And while the automotive eyes of the world are focused on Pebble, manufacturers take the opportunity to share some of their latest thinking in the form of concept cars. This year was no exception as Mercedes-Benz, Infiniti, and Volkswagen turned up with visions of the future that seemed to each have a foot planted firmly in the past.

Let’s start with the one we’ve seen before, the Volkswagen I.D. Buzz. How is it news if we’ve already seen this updated, all-electric homage to the classic microbus? The news is VW is going to make it. They brought the I.D. Buzz out to Monterey and let several journalists take a spin in it while announcing to the world that it will be showroom ready in 2022. Yes, that’s 5 years from now, but it will take VW that long to develop the battery and promised autonomous technology necessary to bring the hippie bus to life. According to VW CEO, Dr. Herbert Diess, “After the presentations at the global motor shows in Detroit and Geneva, we received a large number of letters and emails from customers who said, ‘please build this car.’” If you were one of those people all we have to say is, “thank you.”

Mercedes-Benz hit the concept lawn with a drop-top version of last year’s stunner, the Mercedes-Maybach Vision 6 Cabriolet. Everything about this car is designed to impress. It begins with the massive size. It’s just under 20 feet long and nearly 7 feet wide, with a long sloping hood that harkens back to cabriolets of the ’20s and ‘30s. 24-inch wheels dominate the profile and the long, boat tail has an overhang dimension you just don’t see anymore. Also an all-electric concept, the Vision 6 will deliver 750 horsepower with a range of over 200 miles. Gigantic for a two-seater, it looks like a vehicle for a modern-day Jay Gatsby.

Infiniti came to Pebble intent on inventing a heritage for the brand that never really existed by introducing the Prototype 9, a single-seat Grand Prix style all-electric racer that Infiniti’s global design director, Alfonso Albaisa, says was inspired by asking themselves what if they discovered an old Japanese race car from the early days of Formula 1 in a barn somewhere? What would it look like, and how could it be modernized to a future design? The result is another all-electric prototype that has modern technology under its sleek stainless steel exterior. Looking very much like something Juan Manuel Fangio or Sir Stirling Moss would have been piloting decades ago, the Prototype 9 is said to have a top speed of 170 miles per hour.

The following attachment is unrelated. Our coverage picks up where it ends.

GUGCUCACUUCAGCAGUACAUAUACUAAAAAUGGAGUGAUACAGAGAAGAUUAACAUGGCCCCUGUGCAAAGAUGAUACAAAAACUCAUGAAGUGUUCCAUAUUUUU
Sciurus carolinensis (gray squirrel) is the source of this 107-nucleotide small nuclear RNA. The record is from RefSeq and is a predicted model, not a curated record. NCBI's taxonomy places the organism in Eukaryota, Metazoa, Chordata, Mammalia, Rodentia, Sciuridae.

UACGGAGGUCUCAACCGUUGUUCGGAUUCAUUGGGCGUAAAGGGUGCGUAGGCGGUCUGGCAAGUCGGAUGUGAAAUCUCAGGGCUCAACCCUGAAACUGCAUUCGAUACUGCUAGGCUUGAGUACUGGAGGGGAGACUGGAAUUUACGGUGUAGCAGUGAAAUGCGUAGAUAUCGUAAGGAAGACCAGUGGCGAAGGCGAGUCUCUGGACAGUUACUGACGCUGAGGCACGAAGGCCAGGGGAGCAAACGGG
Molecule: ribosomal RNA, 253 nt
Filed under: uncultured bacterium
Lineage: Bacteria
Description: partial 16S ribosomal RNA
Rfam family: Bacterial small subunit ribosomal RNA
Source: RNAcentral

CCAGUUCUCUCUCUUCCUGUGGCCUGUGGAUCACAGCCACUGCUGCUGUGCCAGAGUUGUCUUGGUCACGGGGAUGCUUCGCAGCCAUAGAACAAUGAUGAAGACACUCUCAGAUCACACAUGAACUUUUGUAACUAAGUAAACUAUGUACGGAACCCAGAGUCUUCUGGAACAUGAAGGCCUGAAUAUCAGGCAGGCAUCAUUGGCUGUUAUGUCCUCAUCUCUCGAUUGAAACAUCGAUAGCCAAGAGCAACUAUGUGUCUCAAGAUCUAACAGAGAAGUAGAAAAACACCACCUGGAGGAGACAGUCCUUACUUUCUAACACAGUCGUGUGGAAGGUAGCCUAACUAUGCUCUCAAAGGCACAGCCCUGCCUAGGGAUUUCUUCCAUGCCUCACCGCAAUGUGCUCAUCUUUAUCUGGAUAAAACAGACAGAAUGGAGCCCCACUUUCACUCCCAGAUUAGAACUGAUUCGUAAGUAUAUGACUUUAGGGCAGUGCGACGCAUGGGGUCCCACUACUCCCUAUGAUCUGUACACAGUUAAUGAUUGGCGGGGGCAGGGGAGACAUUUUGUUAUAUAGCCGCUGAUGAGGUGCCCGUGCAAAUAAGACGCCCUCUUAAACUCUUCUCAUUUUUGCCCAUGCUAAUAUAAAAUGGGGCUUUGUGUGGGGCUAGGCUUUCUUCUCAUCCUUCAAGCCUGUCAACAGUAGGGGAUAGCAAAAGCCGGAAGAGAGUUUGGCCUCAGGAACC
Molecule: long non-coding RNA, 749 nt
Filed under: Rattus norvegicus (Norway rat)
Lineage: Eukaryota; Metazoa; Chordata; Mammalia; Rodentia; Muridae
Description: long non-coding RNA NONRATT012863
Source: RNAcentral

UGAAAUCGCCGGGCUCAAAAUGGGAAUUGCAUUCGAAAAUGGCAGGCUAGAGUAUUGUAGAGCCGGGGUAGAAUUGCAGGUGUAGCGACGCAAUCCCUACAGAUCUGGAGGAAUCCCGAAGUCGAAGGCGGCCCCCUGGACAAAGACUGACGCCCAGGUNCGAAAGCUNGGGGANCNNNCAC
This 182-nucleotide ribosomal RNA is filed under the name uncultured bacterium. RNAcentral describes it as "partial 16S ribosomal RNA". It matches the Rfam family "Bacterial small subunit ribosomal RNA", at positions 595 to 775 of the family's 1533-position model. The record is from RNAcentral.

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Harvey Briggs

Harvey Briggs is the Founder, Editor, and Publisher of Rides & Drives. He has also written for Car and Driver, Winding Road, and the luxury lifestyle blog, Pursuitist.com. His passions run from fast cars, small planes, boats and motorcycles to music, travel, and sports. When he's not on the road testing the latest cars, he been known to turn up on stage playing rock and blues guitar at clubs around his hometown of Madison, Wisconsin. Follow Harvey's adventures on Instagram and Twitter @harvey_drives and find him on Facebook. Though keeping up could be a problem. As Harvey says, "If I don't slow down, time can't catch me."